Reviewed

NMA Logo, Before and After

Officially formed in 1980 but only opened in 2001, the National Museum of Australia (NMA) “explores the land, nation and people of Australia. The Museum celebrates Australian social history in a unique way by revealing the stories of ordinary and extraordinary Australians.” The NMA is located in Canberra, the national capital of Australia, and is housed in an enthusiastically designed building by Ashton Raggatt McDougall that lives in a picturesque peninsula. The museum recently introduced a new identity designed by Sydney-based Gen.a.

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The signature “knot” of the museum. Photo by Flickr user Iain Cole.

The brand positions the Museum as a place that celebrates our people and our culture of storytelling. It invites people to come together to share stories of our unique and distinctive nation, to be part of a national conversation about our story. The brand uses speech bubbles, conversations, emotion, energy and the line “where out stories live.”
— E-mail communication between me and NMA

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Logos based on architectural details are seldom good and while the exuberance of the museum is evident in its physical space, translating its main feature — a 2- or 3-story-high knotted arc — into the icon of the logo doesn’t quite make it justice. The new logo departs completely from that and instead focuses on the concept of “storytelling”. The visual cliché is obvious, it’s a speech bubble. But lo and behold, it doesn’t suck. Or at least it doesn’t once you un-lodge all the bad speech bubble logos that have come before it. By using the bare minimum elements of a speech bubble and setting the typography in a way that our brains complete the speech bubble shape, the NMA logo manages to rise above mere cliché. I obviously question the use of Helvetica, because I can’t stand it, and I wonder if anyone questioned if “national” should have stretched all the way and have a full justified text — I mean, it’s almost there.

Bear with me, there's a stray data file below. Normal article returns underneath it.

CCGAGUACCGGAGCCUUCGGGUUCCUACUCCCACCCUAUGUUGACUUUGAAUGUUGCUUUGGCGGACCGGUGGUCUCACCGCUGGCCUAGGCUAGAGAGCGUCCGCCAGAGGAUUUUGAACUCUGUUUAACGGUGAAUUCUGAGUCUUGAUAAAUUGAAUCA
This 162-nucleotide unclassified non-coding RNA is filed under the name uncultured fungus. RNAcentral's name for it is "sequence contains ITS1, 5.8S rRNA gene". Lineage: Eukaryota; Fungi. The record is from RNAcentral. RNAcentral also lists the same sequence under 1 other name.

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The marketing materials and identity extension are a little weaker. Introducing the handwritten approach seems interesting but doesn’t quite blend together. Gen.a, tasked with the photo shoot of the materials says it “focused on using real Australian people interacting with each other and having a conversation.” Unfortunately, the real Australians look stiff and forced. I’m not an advocate of extreme posing like Women Laughing Alone With Salad but an in between would have yielded something more “finished”. Overall, it’s a decent conceptual update with a strong logo as a basis.

Thanks to Ben Ennis Butler for the tip.

filed under Culture and tagged with , , ,

Reviewed July 26, 201107.26.11 by Armin


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